Molecular laser isotope separation

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Molecular laser isotope separation (MLIS) is a method of isotope separation, where specially tuned lasers are used to separate isotopes of uranium using selective ionization of hyperfine transitions of uranium hexafluoride molecules. It is similar to AVLIS. Its main advantage over AVLIS is low energy consumption and use of uranium hexafluoride instead of vaporized uranium.

MLIS was conceived in 1971 at the Los Alamos National Laboratory.

MLIS operates in cascade setup, like the gaseous diffusion process. Instead of vaporized uranium as in AVLIS the working medium of the MLIS is uranium hexafluoride which requires a much lower temperature to vaporize. The UF6 gas is mixed with a suitable carrier gas (a noble gas including some hydrogen) which allows the molecules to remain in the gaseous phase after being cooled by expansion through a supersonic de Laval nozzle. A scavenger gas (e.g. methane) is also included in the mixture to bind with the fluorine atoms after they are dissociated from the UF6 and inhibit their recombination with the enriched UF5 product. In the first stage the expanded and cooled stream of UF6 is irradiated with an infrared laser operating at the wavelength of 16 µm. The mix is then irradiated with another laser, either infrared or ultraviolet, whose photons are selectively absorbed by the excited 235UF6, causing its photolysis to 235UF5 and fluorine. The resultant enriched UF5 forms a solid which is then separated from the gas by filtration or a cyclone separator. The precipitated UF5 is relatively enriched with 235UF5 and after conversion back to UF6 it is fed to the next stage of the cascade to be further enriched. The laser for the excitation is usually a carbon dioxide laser with output wavelength shifted from 10.6 µm to 16 µm; the photolysis laser may be a XeCl excimer laser operating at 308 nm, however infrared lasers are mostly used in existing implementations.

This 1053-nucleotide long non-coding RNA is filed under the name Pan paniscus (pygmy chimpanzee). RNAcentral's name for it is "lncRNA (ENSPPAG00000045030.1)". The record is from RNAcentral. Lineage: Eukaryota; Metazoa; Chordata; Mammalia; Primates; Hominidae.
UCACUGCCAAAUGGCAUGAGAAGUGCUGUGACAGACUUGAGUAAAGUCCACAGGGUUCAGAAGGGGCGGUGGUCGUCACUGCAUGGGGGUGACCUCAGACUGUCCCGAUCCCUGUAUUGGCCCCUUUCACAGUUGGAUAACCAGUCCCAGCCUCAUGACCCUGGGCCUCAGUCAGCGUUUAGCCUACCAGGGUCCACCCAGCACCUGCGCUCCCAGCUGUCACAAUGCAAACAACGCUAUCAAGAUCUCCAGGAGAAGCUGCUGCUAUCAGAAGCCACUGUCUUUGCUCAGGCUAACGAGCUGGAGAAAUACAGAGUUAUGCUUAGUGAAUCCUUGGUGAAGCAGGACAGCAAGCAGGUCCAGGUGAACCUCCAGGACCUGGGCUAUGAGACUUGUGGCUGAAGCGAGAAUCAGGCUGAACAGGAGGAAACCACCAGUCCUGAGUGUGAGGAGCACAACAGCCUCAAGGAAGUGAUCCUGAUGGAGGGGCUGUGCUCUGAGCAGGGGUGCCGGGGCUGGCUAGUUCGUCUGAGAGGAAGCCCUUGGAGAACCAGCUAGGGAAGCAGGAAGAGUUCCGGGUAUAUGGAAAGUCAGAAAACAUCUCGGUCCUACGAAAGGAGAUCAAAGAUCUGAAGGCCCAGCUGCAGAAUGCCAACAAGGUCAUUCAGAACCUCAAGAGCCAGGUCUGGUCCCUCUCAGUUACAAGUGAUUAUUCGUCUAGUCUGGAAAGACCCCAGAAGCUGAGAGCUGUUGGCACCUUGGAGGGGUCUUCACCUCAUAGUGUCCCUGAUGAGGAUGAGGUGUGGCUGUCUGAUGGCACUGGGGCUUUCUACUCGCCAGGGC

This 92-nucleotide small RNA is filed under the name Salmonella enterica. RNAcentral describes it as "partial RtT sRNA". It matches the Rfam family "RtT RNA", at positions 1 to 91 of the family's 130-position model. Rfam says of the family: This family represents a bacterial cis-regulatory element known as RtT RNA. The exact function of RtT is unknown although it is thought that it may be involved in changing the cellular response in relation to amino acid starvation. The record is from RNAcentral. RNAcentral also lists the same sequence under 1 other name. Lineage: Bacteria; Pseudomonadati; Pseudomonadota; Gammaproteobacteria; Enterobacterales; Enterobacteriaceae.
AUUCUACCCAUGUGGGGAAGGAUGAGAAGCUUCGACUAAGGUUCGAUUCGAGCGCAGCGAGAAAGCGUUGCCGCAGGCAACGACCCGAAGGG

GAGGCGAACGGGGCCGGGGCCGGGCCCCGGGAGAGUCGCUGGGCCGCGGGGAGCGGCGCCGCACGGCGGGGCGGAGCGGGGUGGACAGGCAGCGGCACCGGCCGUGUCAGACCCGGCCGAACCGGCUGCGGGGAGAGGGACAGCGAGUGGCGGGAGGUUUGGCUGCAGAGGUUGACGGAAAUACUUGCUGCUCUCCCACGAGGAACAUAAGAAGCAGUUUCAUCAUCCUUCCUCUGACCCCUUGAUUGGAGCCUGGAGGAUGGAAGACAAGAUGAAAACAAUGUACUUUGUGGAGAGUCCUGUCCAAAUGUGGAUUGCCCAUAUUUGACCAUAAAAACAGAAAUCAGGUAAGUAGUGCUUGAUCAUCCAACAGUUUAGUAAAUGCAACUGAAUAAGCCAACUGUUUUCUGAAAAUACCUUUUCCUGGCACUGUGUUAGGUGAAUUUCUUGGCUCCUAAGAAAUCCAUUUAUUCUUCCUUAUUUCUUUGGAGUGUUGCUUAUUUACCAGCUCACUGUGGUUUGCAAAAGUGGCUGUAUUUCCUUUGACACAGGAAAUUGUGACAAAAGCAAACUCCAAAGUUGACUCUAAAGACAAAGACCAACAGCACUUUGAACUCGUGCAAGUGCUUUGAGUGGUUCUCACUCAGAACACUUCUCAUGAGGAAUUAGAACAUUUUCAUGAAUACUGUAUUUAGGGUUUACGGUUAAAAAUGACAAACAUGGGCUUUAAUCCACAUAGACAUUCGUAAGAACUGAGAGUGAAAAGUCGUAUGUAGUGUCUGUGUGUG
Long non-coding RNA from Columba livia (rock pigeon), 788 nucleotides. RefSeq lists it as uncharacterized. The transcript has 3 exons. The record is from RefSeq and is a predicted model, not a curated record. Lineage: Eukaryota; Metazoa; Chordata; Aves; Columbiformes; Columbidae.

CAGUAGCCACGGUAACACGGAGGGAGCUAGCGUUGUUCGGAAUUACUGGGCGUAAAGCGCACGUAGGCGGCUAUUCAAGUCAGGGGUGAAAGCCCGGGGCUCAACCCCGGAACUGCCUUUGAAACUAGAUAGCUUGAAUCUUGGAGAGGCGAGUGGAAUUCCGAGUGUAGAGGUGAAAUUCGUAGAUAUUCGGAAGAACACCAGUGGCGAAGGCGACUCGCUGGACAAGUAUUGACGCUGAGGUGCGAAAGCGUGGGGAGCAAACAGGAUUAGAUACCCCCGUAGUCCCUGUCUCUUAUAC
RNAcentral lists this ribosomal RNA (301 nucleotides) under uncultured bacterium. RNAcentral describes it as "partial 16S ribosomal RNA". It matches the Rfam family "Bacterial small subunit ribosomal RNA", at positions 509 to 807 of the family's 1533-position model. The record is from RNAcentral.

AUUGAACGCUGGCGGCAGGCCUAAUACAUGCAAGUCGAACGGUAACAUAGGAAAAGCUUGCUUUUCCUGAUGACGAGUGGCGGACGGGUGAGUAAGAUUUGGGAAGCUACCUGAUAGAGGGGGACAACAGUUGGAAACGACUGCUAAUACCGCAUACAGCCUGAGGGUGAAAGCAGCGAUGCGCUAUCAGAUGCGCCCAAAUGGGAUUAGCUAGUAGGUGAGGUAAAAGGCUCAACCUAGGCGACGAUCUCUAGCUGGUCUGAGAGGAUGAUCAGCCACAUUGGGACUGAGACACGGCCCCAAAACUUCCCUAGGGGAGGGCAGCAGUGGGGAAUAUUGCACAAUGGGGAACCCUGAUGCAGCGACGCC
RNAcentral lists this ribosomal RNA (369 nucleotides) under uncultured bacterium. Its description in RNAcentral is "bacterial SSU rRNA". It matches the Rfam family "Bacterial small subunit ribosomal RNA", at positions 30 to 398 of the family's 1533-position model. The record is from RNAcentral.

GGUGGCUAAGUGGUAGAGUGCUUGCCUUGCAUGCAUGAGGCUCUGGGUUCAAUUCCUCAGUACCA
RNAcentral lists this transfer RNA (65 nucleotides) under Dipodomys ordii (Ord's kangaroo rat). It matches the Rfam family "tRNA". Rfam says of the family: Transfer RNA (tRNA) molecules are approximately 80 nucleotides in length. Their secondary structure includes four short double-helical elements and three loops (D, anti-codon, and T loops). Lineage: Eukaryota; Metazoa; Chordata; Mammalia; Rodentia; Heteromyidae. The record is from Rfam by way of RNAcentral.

The process is complex: many mixed UFx compounds are formed which contaminate the product and are difficult to remove. The United States, France, United Kingdom, Germany and South Africa have reported termination of their MLIS programs, however Japan still has a small scale program in operation.

The Commonwealth Scientific and Industrial Research Organisation in Australia has developed the SILEX pulsed laser separation process. GE, Cameco and Hitachi are currently involved in developing it for commercial use. Silex information

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